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View Full Version : 'Genetic problems more extensive & serious than expected'- new UFAW website



Karlin
16th February 2012, 03:37 PM
UFAW, the widely respected UK education-based welfare and research organisation, has launched a new website which should be helpful to puppy buyers, animal owners and breeders.

The website is: http://www.ufaw.org.uk/geneticwelfareproblems.php


Media Release

From the
Universities Federation for Animal Welfare (UFAW)

15th February, 2012
For Immediate Release:

‘Genetic welfare problems more extensive and serious than expected’ says UFAW.

During the past two years, UFAW has been developing a website to provide clear and comprehensive information about the welfare consequences of hereditary problems in companion animals: to explain how these problems affect the quality of animals’ lives. While undertaking the work it has discovered that the levels and extent of adverse welfare effects is even greater than was anticipated.

The purpose of the UFAW website on genetic welfare problems (http://www.ufaw.org.uk/geneticwelfareproblems.php is to help people who are thinking of acquiring a pet to decide which species, strain or breed to choose – to be aware of problems and know the right questions to ask when buying in order to help avoid perpetuating the problems. The site also provides information relevant to helping breeders avoid or tackle problems. It is unique in providing comprehensive and detailed information, presented in a readily understandable way, not only on the genetic conditions themselves but also, most importantly, on their effects on the pet’s welfare, and in its aim of covering many other types of companion animal in addition to dogs and cats. As such it provides a valuable resource not only for the public, breeders and veterinarians, but also for other websites relating to pet choice, breeding and welfare.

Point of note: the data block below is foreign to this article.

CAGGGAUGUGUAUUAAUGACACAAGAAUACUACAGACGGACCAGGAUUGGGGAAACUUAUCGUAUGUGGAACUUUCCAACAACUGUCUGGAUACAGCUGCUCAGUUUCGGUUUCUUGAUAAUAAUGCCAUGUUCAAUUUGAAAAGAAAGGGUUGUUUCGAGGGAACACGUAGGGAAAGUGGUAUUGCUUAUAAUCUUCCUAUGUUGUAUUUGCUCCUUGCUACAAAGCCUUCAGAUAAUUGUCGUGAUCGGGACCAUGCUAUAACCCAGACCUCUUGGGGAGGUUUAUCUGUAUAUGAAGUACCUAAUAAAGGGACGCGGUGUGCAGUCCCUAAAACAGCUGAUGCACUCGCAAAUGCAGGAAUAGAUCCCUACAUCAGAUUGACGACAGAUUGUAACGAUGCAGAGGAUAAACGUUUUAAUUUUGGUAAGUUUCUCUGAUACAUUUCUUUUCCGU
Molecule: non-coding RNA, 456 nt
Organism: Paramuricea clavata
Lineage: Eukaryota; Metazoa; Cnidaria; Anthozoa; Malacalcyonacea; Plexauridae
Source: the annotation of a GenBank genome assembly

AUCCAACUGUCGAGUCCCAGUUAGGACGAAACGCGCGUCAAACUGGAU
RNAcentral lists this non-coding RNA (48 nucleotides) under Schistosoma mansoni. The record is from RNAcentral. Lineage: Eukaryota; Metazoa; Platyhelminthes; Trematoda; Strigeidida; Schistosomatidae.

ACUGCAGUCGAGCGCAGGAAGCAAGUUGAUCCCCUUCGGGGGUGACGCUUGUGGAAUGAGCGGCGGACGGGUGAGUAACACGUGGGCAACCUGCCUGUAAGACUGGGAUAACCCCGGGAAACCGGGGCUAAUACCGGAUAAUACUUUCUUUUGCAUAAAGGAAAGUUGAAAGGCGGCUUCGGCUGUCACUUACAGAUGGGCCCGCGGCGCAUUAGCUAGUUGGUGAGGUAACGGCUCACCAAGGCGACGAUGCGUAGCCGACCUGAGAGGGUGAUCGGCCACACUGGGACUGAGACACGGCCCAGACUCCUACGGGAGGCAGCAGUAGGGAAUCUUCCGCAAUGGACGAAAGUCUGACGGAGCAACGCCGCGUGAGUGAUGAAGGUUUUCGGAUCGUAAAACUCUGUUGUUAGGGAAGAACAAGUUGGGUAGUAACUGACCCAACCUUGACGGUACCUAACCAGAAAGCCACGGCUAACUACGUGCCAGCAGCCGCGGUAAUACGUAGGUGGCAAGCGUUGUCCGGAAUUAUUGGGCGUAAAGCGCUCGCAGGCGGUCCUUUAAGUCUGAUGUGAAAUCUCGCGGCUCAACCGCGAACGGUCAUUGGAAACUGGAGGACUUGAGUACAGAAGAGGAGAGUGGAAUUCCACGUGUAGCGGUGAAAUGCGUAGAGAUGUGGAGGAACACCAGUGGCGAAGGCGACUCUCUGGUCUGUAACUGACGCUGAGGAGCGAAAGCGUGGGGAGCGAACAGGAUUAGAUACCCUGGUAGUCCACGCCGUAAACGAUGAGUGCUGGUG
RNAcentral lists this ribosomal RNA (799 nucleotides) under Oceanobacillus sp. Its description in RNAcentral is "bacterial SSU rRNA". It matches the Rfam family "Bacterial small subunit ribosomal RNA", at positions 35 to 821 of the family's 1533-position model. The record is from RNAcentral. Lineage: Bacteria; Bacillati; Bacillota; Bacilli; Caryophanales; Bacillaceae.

"Preparing descriptions of all these genetic conditions for the website," said James Kirkwood, UFAW’s Chief Executive and Scientific Director, "has really brought home to us the extent and severity of the welfare problems that have arisen as a result of selection for arbitrary aspects of appearance. When, tens or hundreds of years ago people bred for the particular shapes, sizes and appearances that appealed to them, they had no idea that they were sometimes selecting for serious diseases at the same time. With advances in knowledge of animal diseases the serious nature of many of these problems has come to light."

For example, when breeders first selected for the curly tails of pugs – because they liked the look - no one suspected that this could cause serious disease. But we know now that they achieved the curly tail by selecting for deformed tail bones and that the mutation that causes these can also affect the bones of the spine in the chest or back. In these cases, the affected spine bones do not align properly and this can result in very painful injuries to the spinal cord. The spinal cord damage can also cause partial paralysis of the hind limbs and incontinence due to loss of bladder control. This condition is considered a common problem in Pugs and other short-nosed breeds with screw-tails (it is estimated that the UK population of Pugs alone is around 30,000).